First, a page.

Q. Well, Doctor, in your experience, applying your
education, is the onset of a schizophrenic
reaction in a patient something that suddenly
occurs or something that occurs over a long period
A. The symptoms of schizophrenia can appear at any
time in a person's lifetime.
Q. And when you say they can appear at any time, that
means that various times they may be there, those
symptoms, and at other times they may not be?
A. No, that is one possible interpretation, the other
possible interpretation is that they may be
present in a dormant state and make their
appearance after a particularly stressful time for
the first time, at any time.
Q. And isn't it true, Doctor, that they may make
their appearance several times at various times?
A. That is true in some cases.
Competency hearings are intended to permit that issue, like all
other contested issues, to be subjected to the adversary process.
Except for the report of Dr. Reifman, the evidence available to
the trial judge raised a serious question as to Rivers'
competency during the trial. Dr. Reifman's statement, without any
explanation or discussion of the underlying factors, was simply
not enough to quash all doubt. It is possible that Dr. Reifman's
conclusion would have survived the crucible of cross-examination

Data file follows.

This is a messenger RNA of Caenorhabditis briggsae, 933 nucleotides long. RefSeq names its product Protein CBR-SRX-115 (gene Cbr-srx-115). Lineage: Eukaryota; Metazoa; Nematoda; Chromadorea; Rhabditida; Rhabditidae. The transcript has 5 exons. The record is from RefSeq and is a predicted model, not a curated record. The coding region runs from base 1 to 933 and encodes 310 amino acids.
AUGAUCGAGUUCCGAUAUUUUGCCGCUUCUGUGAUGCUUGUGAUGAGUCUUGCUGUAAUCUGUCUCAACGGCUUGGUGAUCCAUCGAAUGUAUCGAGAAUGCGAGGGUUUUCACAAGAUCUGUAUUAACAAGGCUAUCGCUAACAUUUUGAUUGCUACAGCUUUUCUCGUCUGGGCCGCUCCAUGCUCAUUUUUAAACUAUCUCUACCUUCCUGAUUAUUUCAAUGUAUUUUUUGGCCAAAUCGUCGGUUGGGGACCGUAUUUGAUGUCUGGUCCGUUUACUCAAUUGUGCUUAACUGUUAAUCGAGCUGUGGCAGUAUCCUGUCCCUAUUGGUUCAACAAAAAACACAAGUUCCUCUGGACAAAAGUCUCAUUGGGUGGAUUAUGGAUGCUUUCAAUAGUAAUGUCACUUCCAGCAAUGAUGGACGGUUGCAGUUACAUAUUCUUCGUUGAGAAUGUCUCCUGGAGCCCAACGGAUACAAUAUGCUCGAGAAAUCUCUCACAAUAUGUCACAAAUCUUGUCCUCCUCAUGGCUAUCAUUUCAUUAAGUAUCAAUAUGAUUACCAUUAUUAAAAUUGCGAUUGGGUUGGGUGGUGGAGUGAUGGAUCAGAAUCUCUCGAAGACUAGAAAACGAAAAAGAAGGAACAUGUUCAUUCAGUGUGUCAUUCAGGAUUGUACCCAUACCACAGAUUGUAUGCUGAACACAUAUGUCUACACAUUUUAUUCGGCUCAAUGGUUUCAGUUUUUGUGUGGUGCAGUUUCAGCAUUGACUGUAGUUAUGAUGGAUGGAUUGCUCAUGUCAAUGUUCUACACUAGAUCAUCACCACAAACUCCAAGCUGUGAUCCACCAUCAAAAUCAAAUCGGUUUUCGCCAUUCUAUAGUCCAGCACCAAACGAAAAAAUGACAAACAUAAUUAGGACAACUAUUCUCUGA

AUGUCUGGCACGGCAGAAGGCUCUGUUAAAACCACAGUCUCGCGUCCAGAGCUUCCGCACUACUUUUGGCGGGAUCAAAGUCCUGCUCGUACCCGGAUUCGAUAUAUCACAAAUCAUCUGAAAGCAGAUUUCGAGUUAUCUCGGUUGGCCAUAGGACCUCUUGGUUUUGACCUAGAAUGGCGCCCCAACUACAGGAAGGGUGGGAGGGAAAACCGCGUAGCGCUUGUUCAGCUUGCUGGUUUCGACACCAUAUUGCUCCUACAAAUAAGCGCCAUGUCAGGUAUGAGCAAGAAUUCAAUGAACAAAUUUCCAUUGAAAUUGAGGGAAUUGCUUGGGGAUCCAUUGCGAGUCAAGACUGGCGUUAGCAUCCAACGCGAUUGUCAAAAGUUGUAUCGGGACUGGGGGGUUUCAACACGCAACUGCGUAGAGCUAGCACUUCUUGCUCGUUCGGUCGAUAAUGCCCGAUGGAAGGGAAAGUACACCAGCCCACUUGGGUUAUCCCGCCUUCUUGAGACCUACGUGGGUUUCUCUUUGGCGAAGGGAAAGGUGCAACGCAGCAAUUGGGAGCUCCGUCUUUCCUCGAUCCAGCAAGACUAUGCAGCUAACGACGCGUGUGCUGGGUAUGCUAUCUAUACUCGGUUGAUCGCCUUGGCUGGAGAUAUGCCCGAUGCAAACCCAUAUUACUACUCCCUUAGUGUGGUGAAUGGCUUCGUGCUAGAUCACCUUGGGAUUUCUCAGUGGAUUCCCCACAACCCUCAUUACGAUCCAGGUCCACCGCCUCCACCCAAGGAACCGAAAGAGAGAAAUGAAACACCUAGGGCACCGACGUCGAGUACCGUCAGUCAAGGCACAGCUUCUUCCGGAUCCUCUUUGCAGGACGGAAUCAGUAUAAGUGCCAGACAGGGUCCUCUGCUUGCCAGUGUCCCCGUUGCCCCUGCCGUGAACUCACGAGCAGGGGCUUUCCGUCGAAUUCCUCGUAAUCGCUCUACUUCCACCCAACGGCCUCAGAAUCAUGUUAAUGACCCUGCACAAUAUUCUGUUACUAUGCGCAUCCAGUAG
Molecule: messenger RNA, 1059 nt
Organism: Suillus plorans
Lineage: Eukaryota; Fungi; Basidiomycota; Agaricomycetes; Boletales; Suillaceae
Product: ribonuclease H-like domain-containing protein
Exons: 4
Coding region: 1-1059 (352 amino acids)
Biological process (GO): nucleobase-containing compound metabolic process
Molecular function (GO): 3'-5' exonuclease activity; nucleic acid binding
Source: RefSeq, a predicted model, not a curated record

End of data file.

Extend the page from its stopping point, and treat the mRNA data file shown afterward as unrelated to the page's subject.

— but it might not.*fn4 Psychiatry is far from an exact science and
Rivers' condition was obviously a most complex one. Other
psychiatric testimony could have cast further light on the
problem. All these things, capable of adequate development only
in the adversary context, show graphically why the Constitution
requires a hearing if there exists a bona fide doubt as to a
Under other circumstances no hearing might have been required
— for example, had Dr. Reifman examined Rivers shortly before
commencement of trial and found him fit, and had his subsequent
examination explained the probable time and cause of the onset of
Rivers' later incompetency. But those are not the facts. This
Court must find that Rivers' right to due process was abridged
when the trial court failed to hold a hearing to determine
whether he was competent to stand trial. See, People v. Turner,
88 Ill.App.3d 793, 44 Ill.Dec. 59, 410 N.E.2d 1151 (1st Dist.
Two alternatives present themselves: the granting of a hearing
determine Rivers' competency as of his original trial date or the
granting of a new trial on the murder charge. There is
respectable authority for the first of these. Pate v. Smith,
637 F.2d 1068, 1072-73 (6th Cir. 1981). But in this case the lapse of
some eight and one-half years, coupled with the admitted
transitoriness of Rivers' type of mental unfitness, makes the
prospect of an accurate reconstruction as of December 1972
remote. This Court therefore exercises its discretion in the
manner authorized by the Supreme Court in Pate, 383 U.S. at 387,
86 S.Ct. at 843, under almost identically difficult
It has been pressed upon us that it would be
sufficient for the state court to hold a limited